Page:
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British Industrial History

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Springvale Furnaces

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of Bilston

Also known as Spring Vale Iron Works

The first blast furnaces were in use at Springvale by about 1780

1834 Fiat of Bankruptcy awarded against James Broad and John Broad of Spring Vale Iron-Works, Sedgeley[1]

1854: 'Mining Apparatus. —Mr. George Jones, of Spring Vale Iron Works, Sedgley, has patented a new landing apparatus to be used in working mines. In carrying out this invention, a square frame is erected around the mouth of pit or shaft, and to it are attached two lids or doors connected by cranks and rods. These parts are put in action by a lever, which may be worked either band or machinery, the motion of the lever causing the lids or doors simultaneously to open or shut, as may required. [A model of the apparatus was exhibited, as announced in our paper, at the Swan Hotel, in this town, some months ago.][2]

Early 1850s: Alfred Hickman acquired the blast furnaces at Spring Vale near Bilston, which he expanded.

1866 Advert: 'SPRING VALE IRONWORKS, NEAR BILSTON. PRELIMINARY ANNOUNCEMENT. To be SOLD by AUCTION, early in February next unless Disposed of in the meantime by Private Contract), the above extensive and valuable IRONWORKS, now In the occupation of Messrs Murcott, Wright and Co. Further particulars will given in future papers, and in the meantime application may made to Mr. Thorne, Solicitor, King street, Wolverhampton.'[3]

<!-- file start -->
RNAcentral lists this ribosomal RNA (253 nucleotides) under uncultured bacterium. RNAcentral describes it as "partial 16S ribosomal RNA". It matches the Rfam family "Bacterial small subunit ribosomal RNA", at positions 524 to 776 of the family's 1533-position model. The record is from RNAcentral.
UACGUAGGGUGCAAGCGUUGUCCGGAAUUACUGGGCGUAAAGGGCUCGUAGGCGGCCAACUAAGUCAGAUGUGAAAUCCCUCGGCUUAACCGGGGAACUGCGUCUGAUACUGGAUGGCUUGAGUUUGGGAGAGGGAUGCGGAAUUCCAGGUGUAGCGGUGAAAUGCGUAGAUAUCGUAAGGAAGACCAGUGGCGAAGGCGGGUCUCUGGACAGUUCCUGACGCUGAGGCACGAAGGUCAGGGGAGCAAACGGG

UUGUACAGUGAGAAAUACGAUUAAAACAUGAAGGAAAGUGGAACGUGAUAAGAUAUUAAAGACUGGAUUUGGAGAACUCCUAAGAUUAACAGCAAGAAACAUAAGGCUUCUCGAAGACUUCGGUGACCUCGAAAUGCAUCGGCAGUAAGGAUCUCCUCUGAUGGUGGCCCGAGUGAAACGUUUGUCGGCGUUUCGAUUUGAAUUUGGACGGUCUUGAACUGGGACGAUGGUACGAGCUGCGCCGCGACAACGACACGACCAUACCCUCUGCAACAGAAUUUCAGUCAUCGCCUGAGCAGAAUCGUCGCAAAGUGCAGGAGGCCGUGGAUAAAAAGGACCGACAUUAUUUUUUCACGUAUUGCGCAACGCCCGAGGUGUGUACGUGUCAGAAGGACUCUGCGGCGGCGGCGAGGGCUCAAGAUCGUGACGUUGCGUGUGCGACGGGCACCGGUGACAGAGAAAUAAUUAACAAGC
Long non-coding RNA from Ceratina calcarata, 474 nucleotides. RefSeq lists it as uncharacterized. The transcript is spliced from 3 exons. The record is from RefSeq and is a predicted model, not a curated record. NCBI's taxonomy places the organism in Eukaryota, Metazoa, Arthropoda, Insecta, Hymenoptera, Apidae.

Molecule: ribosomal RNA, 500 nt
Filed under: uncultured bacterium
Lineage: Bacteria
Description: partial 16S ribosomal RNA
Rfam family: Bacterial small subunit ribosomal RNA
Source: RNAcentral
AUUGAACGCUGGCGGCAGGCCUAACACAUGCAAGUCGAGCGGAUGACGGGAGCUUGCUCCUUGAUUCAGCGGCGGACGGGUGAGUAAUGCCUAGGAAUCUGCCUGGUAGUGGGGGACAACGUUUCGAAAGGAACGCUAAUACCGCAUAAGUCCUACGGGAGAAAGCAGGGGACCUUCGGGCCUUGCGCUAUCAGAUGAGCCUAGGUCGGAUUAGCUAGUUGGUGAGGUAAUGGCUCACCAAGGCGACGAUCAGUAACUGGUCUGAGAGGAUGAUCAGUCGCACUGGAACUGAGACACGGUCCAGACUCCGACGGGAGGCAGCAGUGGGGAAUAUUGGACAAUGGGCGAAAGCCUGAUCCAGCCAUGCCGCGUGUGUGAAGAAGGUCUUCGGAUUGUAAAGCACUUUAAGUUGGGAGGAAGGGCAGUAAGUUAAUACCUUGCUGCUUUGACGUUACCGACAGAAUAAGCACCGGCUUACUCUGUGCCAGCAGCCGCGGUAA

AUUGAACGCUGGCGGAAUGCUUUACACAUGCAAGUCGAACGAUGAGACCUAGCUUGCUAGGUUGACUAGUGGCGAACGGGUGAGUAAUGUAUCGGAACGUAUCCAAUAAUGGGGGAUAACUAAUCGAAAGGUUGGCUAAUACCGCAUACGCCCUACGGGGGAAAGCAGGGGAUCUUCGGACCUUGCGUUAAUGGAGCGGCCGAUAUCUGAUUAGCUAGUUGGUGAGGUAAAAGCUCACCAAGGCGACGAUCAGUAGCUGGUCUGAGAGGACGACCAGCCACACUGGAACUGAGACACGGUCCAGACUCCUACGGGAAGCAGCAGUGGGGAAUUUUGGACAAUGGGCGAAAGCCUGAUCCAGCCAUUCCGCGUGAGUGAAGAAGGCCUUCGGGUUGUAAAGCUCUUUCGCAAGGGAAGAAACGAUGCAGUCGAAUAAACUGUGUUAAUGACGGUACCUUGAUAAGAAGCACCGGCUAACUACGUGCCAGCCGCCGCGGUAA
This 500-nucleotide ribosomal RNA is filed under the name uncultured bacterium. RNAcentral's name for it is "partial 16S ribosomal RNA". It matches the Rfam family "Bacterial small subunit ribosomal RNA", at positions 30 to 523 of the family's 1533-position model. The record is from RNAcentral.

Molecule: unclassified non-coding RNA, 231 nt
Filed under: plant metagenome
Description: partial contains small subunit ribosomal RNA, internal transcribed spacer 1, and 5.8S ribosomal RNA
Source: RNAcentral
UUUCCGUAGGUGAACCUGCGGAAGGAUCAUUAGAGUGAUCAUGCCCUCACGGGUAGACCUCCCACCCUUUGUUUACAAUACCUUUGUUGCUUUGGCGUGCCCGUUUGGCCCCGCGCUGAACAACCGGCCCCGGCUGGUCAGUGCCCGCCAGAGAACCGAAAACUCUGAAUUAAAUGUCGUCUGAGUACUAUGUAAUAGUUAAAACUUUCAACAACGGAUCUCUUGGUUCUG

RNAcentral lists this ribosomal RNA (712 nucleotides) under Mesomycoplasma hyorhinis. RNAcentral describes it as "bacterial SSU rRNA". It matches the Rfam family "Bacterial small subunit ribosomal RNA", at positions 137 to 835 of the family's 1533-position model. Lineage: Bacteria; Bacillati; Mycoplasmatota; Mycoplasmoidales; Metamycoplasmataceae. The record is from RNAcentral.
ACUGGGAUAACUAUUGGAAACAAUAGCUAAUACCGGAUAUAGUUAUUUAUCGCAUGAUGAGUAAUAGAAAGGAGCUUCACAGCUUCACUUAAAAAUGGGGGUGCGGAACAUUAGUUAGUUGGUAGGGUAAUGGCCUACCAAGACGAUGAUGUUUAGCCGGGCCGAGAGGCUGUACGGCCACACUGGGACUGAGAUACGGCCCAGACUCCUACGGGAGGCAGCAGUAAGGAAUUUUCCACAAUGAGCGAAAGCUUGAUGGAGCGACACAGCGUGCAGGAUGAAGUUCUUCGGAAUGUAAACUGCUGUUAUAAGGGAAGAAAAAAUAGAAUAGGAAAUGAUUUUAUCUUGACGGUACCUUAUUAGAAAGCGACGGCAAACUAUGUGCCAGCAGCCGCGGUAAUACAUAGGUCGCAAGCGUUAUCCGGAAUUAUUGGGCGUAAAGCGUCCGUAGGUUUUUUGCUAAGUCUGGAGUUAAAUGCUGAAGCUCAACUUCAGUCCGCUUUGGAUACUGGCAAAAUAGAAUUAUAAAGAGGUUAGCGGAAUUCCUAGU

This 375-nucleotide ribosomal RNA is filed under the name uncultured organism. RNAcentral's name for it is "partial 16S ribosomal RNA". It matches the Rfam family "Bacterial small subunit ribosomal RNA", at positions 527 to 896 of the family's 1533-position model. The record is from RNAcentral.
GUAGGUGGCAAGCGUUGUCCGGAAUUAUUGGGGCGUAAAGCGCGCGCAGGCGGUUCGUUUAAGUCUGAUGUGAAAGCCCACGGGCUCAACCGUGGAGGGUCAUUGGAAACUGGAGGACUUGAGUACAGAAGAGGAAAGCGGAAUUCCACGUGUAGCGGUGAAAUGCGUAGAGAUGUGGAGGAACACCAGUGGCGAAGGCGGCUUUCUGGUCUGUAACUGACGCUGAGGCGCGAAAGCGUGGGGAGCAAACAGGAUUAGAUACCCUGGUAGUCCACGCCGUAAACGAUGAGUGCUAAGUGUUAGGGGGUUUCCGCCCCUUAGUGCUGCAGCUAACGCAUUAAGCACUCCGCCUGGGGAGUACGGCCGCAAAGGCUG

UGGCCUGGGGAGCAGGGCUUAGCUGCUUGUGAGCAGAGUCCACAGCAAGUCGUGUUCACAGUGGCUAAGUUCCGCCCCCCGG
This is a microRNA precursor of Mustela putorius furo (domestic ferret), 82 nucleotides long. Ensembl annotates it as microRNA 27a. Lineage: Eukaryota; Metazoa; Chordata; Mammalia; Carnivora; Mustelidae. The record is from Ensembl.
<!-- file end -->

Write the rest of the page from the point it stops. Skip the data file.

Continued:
1866 The Hickman family bought the Springvale Works. The Hickmans not only made iron but they installed ball furnaces, puddling furnaces and mills to process the iron. The company also had a policy for securing their supplies and they bought up ironstone and limestone quarries, in Wales, Derbyshire and, most notably, at Corby.

In the 1860s-1880s, six new blast furnaces were built. The iron produced from these furnaces was of good quality and the works was producing a large amount of iron. Alfred Hickman was one of the pioneer users of the Bessemer steelmaking process.

1882 Hickman set up the Staffordshire Steel and Ingot Iron Co Ltd adjacent to Springvale for the purpose of manufacturing ingot, iron and steel by the Gilchrist process.

1893 Sir Alfred Hickman was recorded as being the only ironmaster left in the trade in Bilston.

In 1897 the Springvale Furnaces and the Staffordshire Steel & Ingot Iron Co. amalgamated to become Alfred Hickman Ltd. (10)

In the early 1880s, 29,944 tons of iron were being produced at Spring Vale per year.

1897 The Staffordshire Steel and Ingot Iron Co was amalgamated with the Springvale works to become Alfred Hickman Ltd. At this time, the works was known as Springvale Furnaces Ltd. The three brick furnaces which were in use at this time were known locally as the 'Hot Holes'.

See Also

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Sources of Information

  1. Wolverhampton Chronicle and Staffordshire Advertiser - Wednesday 5 March 1834
  2. Wolverhampton Chronicle and Staffordshire Advertiser - Wednesday 29 November 1854
  3. Wolverhampton Chronicle and Staffordshire Advertiser - Wednesday 19 December 1866
  • [1] Black Country History